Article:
Inside a Forgotten Gem of 20th-Century Belgian Art Deco
In case you missed it, writer, curator, and Prague-based architectural historian Adam Štěch hosted one of our most popular IG Live talks a few weeks ago on the topic of Belgian 20th-century architecture. Here, he gives us the backstory behind one of our favorite examples from that era — the Queen Elisabeth Foundation by Henry Lacoste. Check out our Instagram at 2PM ET today for another talk by Adam, this time on the architectural gems of North Africa.
TEXT AND PHOTOS BY ADAM STECH
Designed by architect Henry Lacoste, the Queen Elisabeth Foundation — hidden behind the rusty ornamented fence of Brussels Brugmann Hospital Complex — is a forgotten gem of Belgian 20th-century architecture. The building was initiated by the Queen Elisabeth Foundation in 1924 to create a medical research institute, which is still in operation today.
The design of the building was entrusted to Henry Lacoste (1885-1968), a celebrated architect, archeologist and enthusiastic admirer of architecture history. Born in Tournai, Lacoste was, from childhood, influenced by the craft of his father, who ran a metalsmithing workshop. Curious about classical art and architecture history, and fascinated by ancient civilizations and classical orders, Lacoste joined the studio of Ernest Acker at the Royal Academy of Fine Arts in Brussels, then left to Paris to study at the National School of Fine Arts. After graduating in 1913, Lacoste went to Greece to participate in an archeological excavation, working on the reconstruction of the Temple of Delphi. He finally settled in Brussels in 1923.
Lacoste‘s architecture is not easy to categorize. His deep interest in archeology and ancient cultures dramatically shaped his work; in a time of high Modernism, he was not afraid to build a church echoing late Belgian Gothic style or an exposition pavilion in 1939 with strong native African influences. His artistic expression is similar to the cult Slovenian architect Jože Plečnik, who we can consider a proto-Postmodernist, influenced strongly by historical context decades before Postmodernism became an official style.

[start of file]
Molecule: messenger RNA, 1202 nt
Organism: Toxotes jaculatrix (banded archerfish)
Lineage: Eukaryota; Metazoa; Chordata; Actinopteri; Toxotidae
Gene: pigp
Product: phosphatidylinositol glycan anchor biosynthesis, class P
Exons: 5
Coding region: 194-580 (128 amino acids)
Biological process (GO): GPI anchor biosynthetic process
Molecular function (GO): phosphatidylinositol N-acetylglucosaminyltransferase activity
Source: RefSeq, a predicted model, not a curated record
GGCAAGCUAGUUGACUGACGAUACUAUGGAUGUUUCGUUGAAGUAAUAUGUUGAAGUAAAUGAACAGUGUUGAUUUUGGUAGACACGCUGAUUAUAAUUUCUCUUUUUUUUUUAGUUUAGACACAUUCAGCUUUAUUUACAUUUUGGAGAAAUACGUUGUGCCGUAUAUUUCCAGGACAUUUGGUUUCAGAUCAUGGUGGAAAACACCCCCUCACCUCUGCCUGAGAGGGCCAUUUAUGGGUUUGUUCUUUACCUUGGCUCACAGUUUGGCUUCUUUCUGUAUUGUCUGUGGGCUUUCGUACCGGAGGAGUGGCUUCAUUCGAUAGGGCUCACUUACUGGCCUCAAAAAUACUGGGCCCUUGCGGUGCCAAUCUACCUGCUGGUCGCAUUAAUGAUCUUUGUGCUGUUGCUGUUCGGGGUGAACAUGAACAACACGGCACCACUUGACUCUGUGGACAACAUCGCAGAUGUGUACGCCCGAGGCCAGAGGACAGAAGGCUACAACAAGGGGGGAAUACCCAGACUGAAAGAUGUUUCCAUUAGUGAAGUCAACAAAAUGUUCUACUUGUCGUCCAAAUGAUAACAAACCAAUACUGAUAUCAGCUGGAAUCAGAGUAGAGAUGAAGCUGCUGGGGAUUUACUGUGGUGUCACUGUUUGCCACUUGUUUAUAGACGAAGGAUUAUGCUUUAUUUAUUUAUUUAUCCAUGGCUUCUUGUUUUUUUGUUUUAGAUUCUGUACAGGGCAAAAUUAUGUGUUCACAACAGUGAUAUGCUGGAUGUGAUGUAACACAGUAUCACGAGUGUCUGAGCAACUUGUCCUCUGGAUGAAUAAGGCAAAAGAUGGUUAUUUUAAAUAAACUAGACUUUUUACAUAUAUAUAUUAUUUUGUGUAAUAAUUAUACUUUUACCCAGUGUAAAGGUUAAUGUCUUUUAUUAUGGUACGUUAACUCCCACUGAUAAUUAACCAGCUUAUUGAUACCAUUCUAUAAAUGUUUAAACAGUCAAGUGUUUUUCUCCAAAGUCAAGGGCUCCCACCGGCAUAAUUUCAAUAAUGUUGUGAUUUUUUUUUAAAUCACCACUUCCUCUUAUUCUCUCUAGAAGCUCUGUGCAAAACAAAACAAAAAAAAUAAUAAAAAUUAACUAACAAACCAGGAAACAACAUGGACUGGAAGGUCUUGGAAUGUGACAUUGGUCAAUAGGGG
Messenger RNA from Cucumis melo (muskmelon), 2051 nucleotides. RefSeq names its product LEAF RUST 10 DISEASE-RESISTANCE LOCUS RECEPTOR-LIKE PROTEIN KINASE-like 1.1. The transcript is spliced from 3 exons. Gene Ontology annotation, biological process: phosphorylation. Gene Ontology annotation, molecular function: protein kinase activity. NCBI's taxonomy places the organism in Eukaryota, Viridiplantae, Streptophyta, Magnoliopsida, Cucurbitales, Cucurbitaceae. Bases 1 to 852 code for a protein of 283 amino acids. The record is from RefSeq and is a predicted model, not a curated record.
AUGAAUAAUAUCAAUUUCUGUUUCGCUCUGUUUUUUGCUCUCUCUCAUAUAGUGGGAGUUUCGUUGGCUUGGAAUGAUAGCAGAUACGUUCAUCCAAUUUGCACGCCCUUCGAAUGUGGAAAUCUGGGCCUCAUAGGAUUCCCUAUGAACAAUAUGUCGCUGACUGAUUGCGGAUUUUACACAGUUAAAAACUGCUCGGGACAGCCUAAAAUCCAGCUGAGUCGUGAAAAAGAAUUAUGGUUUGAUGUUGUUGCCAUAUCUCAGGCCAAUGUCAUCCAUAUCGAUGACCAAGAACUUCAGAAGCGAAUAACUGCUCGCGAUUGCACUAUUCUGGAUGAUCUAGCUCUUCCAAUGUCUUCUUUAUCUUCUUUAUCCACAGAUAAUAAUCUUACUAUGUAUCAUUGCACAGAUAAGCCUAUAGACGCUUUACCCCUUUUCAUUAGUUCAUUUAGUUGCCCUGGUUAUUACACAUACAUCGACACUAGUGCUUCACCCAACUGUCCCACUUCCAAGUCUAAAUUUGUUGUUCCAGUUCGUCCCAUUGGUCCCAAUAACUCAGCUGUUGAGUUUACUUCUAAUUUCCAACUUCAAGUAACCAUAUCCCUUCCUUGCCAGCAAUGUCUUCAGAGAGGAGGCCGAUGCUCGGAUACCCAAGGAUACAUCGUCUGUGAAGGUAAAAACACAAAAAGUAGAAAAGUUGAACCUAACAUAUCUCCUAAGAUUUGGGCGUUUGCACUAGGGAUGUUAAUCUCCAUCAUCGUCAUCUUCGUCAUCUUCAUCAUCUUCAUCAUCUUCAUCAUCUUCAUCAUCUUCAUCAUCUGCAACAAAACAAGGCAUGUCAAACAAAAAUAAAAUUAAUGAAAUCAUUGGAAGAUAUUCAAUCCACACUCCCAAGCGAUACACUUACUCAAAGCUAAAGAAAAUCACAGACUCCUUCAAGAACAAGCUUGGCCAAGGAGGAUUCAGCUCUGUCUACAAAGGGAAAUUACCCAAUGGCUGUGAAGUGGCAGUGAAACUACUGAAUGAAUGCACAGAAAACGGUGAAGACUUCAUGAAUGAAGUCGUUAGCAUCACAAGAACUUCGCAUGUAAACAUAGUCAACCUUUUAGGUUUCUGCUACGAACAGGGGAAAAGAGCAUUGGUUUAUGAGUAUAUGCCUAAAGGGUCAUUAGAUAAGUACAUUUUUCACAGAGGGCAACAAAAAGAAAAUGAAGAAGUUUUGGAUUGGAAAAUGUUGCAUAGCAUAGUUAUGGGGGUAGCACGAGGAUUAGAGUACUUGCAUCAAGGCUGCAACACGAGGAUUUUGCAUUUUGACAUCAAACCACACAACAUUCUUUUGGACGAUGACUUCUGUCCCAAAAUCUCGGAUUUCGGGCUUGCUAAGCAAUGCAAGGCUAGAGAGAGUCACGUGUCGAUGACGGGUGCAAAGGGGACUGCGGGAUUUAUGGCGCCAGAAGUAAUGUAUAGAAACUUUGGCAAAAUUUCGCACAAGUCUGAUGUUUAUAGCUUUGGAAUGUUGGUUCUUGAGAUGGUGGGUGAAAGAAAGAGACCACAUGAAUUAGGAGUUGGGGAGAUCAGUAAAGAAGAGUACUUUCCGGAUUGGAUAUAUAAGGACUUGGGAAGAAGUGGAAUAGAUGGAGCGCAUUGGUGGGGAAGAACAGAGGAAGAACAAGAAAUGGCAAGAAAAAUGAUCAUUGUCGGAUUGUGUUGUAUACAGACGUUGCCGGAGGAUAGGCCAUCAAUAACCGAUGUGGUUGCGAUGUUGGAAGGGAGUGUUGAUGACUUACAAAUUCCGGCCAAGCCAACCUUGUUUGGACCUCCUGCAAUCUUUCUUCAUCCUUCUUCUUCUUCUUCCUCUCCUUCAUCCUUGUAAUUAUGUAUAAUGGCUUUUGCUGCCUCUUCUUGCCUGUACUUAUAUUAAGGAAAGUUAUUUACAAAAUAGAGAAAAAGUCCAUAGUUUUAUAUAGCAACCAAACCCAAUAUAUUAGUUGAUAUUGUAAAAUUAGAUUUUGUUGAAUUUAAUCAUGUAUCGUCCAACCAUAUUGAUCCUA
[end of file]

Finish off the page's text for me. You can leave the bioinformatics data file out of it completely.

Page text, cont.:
The interiors of the Queen Elisabeth Foundation are a joyful celebration of materials, structures, colors, and ornament. The stairwell and entrance hall are covered with a kind of colorful glass panel called marbrite, leading visitors to the second floor, where a glorious library space is located. The eclectic nature of Lacoste’s design expression is highlighted in the shape of custom-designed lamps, mounted on circular pillars, resembling typical Egyptian Papyrus columns.
Inside the library, an elevated gallery with brass shell–decorated balustrades is located, while the second main staircase is dominated by a large circular stained-glass window with abstract ornamentation.
This masterpiece of interior decoration can be described as eclectic, classical or Art Deco. Nevertheless, it is one of the most original Belgian interiors of the period and presents a freedom of artistic expression during the time, dominated by highly ideological modern movement.